Hospitalized COVID-19 Patients Were Five Times More Likely to Suffer From Total Sleep Deprivation Compared to Non-COVID-19 Patients; an Observational Comparative Study

Eva S. van den Ende, Kim D. I. van Veldhuizen, Belle Toussaint, Hanneke Merten, Peter M. van de Ven, Natasja A. Kok, Prabath W. B. Nanayakkara*

*Corresponding author for this work

Research output: Contribution to journalArticleAcademicpeer-review


Objectives: Sleeping disorders are a common complaint in patients who suffer from an acute COVID-19 infection. Nonetheless, little is known about the severity of sleep disturbances in hospitalized COVID-19 patients, and whether these are caused by disease related symptoms, hospitalization, or the SARS-CoV-2 virus itself. Therefore, the aim of this study was to compare the quality and quantity of sleep in hospitalized patients with and without COVID-19, and to determine the main reasons for sleep disruption. Methods: This was an observational comparative study conducted between October 1, 2020 and February 1, 2021 at the pulmonary ward of an academic hospital in the Netherlands. This ward contained both COVID-19-positive and -negative tested patients. The sleep quality was assessed using the PROMIS-Sleep Disturbance Short Form and sleep quantity using the Consensus Sleep Diary. Patient-reported sleep disturbing factors were summarized. Results: A total of 79 COVID-19 patients (mean age 63.0, male 59.5%) and 50 non-COVID-19 patients (mean age 59.5, male 54.0%) participated in this study. A significantly larger proportion of patients with COVID-19 reported not to have slept at all (19% vs. 4% of non-COVID-19 patients, p = 0.011). The Sleep quality (PROMIS total score) and quantity (Total Sleep Time) did not significantly differ between both groups ((median PROMIS total score COVID-19; 26 [IQR 17-35], non-COVID-19; 23 [IQR 18-29], p = 0.104), (Mean Total Sleep Time COVID-19; 5 h 5 min, non-COVID-19 mean; 5 h 32 min, p = 0.405)). The most frequently reported disturbing factors by COVID-19 patients were; ‘dyspnea’, ‘concerns about the disease’, ‘anxiety’ and ‘noises of other patients, medical staff and medical devices’. Conclusion: This study showed that both patients with and without an acute COVID-19 infection experienced poor quality and quantity of sleep at the hospital. Although the mean scores did not significantly differ between groups, total sleep deprivation was reported five times more often by COVID-19 patients. With one in five COVID-19 patients reporting a complete absence of night sleep, poor sleep seems to be a serious problem. Sleep improving interventions should focus on physical and psychological comfort and noise reduction in the hospital environment.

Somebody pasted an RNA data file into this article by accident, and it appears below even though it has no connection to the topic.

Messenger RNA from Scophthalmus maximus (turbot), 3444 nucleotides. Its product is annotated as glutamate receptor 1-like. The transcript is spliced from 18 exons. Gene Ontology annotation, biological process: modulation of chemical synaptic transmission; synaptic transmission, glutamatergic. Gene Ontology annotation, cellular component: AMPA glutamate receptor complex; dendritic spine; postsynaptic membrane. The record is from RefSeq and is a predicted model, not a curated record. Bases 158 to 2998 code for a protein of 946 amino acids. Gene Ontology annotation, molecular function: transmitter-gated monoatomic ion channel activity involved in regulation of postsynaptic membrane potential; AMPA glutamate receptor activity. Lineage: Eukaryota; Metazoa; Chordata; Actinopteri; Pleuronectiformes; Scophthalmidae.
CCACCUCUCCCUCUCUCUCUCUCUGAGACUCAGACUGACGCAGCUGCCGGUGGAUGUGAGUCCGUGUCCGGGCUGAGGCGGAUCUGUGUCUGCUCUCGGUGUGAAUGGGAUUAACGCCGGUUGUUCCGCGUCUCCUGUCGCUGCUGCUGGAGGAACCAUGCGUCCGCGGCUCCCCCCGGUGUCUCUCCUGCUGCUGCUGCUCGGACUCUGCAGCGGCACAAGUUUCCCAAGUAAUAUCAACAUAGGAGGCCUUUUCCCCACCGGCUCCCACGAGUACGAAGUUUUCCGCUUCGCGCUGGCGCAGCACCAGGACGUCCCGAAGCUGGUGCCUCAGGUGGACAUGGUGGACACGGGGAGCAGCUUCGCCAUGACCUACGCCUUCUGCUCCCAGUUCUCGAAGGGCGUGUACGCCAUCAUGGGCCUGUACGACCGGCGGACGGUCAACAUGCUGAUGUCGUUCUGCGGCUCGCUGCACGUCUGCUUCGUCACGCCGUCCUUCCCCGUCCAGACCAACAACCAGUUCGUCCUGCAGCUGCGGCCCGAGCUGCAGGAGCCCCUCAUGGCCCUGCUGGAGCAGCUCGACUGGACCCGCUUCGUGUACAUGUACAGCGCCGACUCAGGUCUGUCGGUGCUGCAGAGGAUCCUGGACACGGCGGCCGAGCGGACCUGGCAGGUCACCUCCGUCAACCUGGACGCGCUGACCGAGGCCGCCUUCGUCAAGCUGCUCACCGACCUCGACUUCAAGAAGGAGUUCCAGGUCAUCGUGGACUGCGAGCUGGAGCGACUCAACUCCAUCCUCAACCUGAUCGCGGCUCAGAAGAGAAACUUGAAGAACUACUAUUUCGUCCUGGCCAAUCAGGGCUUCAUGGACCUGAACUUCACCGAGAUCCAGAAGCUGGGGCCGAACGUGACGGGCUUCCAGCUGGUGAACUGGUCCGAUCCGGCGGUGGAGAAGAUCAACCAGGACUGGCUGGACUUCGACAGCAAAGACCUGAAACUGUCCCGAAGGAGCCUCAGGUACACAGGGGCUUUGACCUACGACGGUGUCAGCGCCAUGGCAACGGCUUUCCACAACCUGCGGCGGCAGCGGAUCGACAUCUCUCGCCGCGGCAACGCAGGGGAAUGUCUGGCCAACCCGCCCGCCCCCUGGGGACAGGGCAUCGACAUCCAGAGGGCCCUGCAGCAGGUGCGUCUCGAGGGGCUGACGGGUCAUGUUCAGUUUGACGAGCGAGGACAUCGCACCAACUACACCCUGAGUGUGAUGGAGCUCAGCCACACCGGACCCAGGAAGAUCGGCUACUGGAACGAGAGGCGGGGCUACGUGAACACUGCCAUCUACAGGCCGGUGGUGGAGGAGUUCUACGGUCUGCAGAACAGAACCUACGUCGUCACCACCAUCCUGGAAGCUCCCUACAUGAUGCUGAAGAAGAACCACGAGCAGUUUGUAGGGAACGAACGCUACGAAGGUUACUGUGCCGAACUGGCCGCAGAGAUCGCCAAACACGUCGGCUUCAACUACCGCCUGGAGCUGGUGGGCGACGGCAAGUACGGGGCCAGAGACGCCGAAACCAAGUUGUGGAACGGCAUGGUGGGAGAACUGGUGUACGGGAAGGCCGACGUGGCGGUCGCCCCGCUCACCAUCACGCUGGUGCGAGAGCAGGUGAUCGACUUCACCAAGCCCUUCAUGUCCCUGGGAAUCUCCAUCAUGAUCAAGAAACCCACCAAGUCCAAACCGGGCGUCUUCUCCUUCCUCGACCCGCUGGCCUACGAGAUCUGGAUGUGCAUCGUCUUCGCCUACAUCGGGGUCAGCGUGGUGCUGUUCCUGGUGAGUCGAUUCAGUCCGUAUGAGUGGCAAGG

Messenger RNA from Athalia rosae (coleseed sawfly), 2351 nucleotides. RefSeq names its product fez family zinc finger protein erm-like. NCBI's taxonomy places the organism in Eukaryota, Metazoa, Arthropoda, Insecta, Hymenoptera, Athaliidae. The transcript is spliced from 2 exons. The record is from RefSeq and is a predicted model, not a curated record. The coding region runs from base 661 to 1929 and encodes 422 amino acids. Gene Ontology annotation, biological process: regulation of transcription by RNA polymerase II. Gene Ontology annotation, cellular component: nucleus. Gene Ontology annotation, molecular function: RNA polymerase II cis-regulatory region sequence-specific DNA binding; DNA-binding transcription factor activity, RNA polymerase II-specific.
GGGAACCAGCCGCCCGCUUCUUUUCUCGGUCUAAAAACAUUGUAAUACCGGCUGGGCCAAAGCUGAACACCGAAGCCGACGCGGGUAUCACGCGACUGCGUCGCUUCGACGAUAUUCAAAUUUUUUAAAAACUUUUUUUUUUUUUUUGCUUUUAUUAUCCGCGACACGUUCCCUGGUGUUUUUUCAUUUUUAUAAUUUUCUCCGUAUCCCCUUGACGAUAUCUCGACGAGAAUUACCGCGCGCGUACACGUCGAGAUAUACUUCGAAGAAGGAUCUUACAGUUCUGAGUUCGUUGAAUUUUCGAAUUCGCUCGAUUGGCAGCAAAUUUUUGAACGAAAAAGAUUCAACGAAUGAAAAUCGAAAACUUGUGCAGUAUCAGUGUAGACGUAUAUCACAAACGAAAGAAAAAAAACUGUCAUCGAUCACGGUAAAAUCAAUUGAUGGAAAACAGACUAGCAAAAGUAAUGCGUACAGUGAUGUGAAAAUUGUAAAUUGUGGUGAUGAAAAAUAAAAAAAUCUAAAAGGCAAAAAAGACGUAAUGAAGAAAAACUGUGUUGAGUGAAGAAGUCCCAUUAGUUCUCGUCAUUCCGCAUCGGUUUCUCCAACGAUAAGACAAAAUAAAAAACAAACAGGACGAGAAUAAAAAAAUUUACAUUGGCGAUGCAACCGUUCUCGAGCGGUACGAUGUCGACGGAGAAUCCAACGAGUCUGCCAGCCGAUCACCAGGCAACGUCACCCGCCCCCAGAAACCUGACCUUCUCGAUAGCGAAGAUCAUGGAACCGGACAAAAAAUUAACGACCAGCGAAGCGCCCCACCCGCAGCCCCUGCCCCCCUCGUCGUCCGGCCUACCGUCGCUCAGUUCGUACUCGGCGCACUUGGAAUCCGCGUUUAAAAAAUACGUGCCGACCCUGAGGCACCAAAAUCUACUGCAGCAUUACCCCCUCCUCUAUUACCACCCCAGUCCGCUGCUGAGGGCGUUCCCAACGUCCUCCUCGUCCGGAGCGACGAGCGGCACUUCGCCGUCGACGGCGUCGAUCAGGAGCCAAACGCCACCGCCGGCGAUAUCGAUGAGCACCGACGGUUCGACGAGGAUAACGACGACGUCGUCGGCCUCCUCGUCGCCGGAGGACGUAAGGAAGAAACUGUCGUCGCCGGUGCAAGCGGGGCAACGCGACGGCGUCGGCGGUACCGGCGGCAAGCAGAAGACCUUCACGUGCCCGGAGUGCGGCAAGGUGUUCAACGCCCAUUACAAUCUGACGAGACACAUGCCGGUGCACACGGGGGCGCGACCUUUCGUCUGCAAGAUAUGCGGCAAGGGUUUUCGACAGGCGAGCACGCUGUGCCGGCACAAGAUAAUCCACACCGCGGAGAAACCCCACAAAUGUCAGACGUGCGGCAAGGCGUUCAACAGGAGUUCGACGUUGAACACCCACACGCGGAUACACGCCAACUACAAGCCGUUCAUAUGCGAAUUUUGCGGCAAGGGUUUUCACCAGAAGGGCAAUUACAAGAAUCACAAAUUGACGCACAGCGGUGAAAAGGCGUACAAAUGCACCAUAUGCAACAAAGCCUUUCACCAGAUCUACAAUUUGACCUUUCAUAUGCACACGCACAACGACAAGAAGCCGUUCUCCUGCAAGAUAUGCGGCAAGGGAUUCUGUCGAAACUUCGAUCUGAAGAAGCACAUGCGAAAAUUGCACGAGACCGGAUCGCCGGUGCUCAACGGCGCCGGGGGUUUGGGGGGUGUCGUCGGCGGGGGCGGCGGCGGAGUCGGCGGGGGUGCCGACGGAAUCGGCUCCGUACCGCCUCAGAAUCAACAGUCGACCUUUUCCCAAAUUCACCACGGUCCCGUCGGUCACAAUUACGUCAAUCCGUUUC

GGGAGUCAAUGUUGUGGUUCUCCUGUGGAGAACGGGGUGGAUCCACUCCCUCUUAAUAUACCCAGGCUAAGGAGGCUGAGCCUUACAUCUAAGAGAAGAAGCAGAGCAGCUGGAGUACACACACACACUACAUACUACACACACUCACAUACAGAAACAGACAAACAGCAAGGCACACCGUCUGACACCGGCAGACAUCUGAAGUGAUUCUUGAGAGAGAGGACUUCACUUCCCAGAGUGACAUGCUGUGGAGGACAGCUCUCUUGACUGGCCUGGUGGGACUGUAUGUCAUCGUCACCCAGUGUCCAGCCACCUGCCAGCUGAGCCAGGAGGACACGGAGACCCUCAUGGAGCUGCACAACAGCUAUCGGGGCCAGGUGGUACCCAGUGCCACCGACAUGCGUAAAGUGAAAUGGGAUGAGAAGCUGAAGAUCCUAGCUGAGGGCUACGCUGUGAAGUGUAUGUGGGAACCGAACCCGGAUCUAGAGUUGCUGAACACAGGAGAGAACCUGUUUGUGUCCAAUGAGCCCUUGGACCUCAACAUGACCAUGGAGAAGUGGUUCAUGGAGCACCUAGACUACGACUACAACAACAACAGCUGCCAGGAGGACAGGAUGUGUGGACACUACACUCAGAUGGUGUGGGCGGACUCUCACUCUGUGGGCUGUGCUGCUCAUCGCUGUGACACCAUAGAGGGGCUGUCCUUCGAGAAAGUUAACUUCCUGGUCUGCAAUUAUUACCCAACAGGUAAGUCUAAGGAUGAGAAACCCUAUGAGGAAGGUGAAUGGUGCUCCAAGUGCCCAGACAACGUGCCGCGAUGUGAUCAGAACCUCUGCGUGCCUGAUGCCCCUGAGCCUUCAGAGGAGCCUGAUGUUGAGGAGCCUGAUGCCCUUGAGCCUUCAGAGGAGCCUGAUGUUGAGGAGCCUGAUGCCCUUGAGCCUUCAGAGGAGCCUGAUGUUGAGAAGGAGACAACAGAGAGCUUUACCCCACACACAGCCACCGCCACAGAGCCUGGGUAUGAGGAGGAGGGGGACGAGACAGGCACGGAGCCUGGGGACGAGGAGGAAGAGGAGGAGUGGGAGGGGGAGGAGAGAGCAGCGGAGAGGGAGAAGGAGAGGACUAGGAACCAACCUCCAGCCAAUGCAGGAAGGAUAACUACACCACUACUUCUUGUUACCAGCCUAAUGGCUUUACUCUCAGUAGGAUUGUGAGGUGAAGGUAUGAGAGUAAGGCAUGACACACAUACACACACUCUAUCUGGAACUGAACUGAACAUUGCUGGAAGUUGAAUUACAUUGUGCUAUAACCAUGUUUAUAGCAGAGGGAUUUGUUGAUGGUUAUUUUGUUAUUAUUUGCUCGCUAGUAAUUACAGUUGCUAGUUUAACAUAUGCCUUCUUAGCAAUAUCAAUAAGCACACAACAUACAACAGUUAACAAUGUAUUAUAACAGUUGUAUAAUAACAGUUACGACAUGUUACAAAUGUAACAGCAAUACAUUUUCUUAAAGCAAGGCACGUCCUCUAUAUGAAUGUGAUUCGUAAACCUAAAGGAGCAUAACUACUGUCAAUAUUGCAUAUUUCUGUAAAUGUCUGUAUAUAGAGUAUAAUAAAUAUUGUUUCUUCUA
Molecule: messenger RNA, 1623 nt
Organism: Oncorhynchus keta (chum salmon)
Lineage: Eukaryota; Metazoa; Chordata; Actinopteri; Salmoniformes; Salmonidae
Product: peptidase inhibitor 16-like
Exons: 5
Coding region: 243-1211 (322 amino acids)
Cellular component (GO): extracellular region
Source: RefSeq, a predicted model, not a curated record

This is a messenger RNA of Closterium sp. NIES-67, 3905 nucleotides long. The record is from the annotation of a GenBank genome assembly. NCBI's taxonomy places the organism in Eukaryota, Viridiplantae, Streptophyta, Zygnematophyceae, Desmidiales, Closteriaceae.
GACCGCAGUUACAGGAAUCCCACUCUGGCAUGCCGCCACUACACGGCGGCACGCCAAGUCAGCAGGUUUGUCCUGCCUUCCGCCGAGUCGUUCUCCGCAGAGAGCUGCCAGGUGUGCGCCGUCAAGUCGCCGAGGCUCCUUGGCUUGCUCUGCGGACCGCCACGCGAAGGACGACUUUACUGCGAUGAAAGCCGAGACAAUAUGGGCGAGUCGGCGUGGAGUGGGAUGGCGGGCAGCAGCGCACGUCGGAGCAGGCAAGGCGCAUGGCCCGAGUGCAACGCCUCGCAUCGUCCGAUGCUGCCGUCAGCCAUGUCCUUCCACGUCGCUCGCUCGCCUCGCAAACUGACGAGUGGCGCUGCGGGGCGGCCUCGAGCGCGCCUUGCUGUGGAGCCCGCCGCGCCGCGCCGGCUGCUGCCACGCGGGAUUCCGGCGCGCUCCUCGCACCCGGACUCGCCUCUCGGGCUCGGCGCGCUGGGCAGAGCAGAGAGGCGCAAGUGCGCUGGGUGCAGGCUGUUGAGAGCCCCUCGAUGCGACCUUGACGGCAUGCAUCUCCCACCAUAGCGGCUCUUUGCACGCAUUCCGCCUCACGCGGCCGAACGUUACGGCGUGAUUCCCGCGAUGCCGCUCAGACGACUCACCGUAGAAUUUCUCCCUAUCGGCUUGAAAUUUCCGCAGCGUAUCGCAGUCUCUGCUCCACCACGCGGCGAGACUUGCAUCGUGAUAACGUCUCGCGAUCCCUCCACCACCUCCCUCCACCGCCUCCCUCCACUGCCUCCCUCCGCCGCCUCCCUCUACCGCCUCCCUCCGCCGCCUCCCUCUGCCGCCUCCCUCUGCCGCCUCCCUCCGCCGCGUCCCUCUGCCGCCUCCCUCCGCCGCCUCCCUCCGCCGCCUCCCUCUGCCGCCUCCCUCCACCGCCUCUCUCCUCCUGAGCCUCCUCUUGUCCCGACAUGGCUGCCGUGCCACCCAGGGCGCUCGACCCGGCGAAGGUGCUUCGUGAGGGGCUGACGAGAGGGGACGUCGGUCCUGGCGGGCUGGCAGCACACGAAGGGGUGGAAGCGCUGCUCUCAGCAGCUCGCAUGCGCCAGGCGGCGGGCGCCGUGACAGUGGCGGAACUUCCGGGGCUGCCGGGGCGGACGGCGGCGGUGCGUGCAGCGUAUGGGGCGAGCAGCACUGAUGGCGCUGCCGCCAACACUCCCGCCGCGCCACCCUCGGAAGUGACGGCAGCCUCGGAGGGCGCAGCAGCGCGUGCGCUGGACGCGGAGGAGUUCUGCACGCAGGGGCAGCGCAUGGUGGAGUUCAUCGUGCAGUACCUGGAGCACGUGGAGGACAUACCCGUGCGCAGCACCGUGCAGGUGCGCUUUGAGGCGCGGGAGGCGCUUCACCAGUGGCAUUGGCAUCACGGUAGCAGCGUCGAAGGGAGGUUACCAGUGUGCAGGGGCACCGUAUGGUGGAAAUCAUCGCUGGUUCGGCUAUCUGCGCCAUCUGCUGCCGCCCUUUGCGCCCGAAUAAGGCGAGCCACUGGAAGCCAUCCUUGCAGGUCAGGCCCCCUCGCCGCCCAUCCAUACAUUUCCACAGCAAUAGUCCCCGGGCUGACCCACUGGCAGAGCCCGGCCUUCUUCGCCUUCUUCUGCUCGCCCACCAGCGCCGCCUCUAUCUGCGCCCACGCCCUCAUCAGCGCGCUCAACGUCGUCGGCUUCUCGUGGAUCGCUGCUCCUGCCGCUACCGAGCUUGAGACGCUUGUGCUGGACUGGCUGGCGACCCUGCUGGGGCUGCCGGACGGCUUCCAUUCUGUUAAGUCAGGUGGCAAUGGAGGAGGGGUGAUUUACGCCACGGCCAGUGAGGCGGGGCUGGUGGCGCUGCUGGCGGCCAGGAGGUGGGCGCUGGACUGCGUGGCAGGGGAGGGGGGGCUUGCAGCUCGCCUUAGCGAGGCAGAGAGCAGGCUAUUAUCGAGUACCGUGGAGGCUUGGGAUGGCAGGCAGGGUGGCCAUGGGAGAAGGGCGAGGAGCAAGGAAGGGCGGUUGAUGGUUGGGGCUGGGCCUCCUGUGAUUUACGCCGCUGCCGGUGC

Original languageEnglish
Article number680932
JournalFrontiers in Neuroscience
Publication statusPublished - 5 Oct 2021

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